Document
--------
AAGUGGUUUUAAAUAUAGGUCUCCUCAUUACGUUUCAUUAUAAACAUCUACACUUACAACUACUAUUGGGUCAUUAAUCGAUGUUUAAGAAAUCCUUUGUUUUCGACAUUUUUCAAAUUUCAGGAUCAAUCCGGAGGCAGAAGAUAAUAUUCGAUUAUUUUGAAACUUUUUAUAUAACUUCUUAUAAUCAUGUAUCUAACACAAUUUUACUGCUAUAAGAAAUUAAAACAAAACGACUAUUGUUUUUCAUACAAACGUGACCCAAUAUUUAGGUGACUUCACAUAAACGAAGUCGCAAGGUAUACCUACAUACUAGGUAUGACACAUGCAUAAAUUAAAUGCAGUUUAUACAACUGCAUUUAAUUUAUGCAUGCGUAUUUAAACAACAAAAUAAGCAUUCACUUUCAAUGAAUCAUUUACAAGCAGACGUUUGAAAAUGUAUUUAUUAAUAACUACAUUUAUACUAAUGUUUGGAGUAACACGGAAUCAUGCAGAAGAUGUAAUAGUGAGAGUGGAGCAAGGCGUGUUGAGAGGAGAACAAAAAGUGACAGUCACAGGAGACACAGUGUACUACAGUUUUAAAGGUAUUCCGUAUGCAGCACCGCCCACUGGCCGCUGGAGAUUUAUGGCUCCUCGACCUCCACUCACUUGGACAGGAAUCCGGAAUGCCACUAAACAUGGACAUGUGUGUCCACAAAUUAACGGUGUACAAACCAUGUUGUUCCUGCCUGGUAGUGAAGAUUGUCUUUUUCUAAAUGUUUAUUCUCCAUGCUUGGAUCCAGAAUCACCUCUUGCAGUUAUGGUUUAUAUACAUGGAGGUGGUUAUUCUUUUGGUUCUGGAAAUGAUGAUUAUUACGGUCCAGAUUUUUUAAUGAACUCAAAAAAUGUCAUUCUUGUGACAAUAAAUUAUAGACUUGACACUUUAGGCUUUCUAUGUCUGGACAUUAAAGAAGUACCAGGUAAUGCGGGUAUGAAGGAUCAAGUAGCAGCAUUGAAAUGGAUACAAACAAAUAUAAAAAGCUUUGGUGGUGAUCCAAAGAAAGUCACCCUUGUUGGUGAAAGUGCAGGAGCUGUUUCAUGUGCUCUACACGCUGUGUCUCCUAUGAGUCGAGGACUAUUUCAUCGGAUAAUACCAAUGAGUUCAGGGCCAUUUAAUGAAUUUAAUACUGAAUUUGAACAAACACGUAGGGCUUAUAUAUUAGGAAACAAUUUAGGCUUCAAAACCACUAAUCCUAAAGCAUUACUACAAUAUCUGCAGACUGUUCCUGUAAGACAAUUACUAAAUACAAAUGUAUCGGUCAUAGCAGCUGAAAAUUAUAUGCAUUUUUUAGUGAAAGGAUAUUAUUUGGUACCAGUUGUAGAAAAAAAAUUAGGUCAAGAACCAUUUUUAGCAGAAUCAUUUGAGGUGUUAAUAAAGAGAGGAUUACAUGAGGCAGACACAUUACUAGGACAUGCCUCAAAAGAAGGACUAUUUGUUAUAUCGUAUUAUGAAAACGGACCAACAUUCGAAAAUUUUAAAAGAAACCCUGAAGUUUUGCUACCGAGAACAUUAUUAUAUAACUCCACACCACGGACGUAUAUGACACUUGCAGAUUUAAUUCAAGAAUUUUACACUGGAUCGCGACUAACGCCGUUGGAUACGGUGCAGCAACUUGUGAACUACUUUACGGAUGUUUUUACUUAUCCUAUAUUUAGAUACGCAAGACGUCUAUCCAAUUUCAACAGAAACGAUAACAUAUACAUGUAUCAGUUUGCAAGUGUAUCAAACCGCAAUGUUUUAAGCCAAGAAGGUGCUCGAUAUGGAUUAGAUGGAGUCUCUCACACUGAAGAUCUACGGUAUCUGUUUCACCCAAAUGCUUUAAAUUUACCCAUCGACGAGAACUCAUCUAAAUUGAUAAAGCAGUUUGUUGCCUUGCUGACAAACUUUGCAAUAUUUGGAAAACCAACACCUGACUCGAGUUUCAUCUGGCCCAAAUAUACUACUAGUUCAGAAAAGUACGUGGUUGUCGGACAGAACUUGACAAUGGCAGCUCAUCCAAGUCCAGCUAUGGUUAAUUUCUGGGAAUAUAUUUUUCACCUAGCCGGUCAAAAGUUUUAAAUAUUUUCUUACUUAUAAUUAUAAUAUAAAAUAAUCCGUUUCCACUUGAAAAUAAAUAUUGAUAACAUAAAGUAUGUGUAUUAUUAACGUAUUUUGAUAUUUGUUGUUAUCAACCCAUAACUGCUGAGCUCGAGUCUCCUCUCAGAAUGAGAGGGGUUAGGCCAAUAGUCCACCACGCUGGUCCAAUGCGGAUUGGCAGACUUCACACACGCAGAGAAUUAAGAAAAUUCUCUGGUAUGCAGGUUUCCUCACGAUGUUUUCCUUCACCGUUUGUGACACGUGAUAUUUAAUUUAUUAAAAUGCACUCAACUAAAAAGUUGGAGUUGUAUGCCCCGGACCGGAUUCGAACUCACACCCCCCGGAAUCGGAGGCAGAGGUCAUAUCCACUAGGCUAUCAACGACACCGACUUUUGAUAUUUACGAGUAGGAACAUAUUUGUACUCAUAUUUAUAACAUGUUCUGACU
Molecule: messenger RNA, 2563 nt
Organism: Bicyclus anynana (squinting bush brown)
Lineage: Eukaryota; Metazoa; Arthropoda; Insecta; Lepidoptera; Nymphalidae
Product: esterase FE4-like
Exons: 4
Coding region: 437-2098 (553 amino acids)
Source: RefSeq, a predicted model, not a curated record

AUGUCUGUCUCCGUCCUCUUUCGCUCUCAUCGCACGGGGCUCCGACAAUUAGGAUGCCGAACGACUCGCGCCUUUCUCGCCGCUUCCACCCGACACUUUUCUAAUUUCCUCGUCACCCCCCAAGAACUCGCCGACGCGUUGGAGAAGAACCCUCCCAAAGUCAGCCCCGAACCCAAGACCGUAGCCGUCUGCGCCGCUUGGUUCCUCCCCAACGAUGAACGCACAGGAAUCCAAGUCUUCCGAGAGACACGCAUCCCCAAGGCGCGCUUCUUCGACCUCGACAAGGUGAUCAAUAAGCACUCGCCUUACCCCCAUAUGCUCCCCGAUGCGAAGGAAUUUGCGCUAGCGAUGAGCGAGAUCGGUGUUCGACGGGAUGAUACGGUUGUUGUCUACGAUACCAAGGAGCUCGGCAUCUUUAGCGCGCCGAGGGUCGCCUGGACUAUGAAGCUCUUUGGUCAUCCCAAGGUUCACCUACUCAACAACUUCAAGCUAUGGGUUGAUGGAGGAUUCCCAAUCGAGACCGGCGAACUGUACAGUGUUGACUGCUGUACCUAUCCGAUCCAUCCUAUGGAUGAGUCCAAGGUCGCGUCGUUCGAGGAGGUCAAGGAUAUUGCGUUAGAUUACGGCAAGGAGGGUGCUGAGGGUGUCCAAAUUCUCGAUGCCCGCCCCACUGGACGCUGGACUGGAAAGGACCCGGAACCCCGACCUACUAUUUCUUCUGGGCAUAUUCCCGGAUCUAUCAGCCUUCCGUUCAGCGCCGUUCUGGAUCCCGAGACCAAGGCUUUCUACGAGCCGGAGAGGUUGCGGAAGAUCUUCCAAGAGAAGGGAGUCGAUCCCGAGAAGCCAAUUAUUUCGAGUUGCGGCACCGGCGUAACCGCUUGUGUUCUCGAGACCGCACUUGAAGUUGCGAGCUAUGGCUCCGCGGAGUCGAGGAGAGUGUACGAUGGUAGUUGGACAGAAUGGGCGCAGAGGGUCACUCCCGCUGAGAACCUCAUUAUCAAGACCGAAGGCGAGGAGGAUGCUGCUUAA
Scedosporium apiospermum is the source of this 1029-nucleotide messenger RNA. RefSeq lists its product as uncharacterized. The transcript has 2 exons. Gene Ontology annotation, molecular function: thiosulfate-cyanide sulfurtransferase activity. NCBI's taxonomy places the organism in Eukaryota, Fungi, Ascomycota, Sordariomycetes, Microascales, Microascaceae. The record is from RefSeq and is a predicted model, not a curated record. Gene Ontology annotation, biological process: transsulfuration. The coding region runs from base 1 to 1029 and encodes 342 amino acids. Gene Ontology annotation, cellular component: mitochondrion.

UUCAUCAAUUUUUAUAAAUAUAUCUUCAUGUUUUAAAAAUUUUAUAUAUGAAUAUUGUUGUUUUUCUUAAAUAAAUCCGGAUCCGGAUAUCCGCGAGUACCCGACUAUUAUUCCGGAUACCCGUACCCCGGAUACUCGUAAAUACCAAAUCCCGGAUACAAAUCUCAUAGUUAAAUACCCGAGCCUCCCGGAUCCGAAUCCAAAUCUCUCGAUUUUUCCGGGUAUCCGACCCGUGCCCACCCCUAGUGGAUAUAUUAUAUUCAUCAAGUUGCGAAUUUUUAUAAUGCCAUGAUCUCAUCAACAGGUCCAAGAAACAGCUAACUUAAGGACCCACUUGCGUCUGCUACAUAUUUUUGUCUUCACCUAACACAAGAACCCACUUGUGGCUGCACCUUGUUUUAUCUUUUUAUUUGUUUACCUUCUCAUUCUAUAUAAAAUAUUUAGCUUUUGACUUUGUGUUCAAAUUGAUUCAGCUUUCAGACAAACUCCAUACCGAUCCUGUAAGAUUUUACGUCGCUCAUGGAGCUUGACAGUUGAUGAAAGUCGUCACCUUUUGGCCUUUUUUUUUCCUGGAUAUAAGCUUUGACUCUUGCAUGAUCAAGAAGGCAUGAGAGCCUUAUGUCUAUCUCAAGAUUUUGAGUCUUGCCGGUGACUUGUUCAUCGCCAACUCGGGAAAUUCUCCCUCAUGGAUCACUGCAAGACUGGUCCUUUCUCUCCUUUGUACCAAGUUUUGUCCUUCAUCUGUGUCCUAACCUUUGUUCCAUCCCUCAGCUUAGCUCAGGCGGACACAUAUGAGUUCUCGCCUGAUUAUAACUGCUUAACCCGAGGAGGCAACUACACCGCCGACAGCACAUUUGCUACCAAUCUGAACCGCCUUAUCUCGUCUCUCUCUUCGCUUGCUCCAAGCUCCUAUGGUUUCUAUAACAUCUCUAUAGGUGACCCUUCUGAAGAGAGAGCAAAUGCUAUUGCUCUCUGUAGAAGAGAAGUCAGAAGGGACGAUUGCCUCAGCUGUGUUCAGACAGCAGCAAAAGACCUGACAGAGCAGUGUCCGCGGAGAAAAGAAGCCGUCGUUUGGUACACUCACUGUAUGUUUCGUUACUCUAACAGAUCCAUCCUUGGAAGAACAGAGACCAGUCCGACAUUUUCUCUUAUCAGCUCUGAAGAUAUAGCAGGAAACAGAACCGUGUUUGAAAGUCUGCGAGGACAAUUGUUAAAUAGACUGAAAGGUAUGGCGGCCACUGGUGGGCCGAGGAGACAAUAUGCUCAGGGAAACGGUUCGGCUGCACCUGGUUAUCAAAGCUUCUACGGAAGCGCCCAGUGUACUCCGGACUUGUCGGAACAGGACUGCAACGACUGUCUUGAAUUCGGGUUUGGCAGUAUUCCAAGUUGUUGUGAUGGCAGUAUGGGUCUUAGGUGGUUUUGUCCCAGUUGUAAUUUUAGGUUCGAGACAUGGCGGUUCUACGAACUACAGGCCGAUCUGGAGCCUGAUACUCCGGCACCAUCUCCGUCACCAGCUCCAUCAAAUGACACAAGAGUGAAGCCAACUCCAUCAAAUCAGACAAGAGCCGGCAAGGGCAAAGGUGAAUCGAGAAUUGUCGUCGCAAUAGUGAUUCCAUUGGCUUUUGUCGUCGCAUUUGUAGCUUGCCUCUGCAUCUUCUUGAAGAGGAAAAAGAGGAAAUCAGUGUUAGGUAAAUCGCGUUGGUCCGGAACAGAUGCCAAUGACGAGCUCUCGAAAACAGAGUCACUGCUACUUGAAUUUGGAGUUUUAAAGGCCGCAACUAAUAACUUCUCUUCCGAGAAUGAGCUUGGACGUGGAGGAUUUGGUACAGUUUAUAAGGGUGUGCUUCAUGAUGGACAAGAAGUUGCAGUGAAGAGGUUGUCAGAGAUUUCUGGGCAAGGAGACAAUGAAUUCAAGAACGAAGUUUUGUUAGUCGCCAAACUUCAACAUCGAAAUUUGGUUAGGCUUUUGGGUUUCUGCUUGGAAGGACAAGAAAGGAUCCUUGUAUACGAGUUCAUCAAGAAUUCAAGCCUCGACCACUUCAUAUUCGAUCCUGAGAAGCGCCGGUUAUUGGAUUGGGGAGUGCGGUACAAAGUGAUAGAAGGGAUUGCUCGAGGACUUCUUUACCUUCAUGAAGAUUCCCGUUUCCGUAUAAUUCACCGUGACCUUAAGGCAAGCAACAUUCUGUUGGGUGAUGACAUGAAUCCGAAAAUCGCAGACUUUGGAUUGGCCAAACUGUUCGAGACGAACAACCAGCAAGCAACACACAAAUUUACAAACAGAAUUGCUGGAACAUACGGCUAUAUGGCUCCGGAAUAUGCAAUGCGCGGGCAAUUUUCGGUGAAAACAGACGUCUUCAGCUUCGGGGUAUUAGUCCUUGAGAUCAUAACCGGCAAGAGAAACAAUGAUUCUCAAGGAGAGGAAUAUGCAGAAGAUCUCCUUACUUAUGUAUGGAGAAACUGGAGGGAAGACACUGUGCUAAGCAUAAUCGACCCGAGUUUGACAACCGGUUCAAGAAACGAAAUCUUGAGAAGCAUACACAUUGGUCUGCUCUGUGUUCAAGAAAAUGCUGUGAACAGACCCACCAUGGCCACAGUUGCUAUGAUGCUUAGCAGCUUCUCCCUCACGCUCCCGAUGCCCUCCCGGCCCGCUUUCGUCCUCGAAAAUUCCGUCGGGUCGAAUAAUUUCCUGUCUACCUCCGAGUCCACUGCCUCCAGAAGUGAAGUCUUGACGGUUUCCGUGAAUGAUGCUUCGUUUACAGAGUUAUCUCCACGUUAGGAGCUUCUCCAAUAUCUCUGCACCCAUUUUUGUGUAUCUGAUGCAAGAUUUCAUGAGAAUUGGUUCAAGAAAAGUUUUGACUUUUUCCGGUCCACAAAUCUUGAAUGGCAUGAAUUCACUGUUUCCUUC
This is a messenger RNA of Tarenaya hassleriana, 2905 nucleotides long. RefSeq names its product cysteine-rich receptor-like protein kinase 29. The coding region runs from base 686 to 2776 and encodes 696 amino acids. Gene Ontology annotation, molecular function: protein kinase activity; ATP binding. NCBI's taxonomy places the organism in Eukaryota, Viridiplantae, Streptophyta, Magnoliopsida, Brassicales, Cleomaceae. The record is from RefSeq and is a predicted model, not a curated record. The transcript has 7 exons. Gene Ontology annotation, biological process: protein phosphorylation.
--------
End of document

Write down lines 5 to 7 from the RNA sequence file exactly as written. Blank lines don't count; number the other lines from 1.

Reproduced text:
Product: esterase FE4-like
Exons: 4
Coding region: 437-2098 (553 amino acids)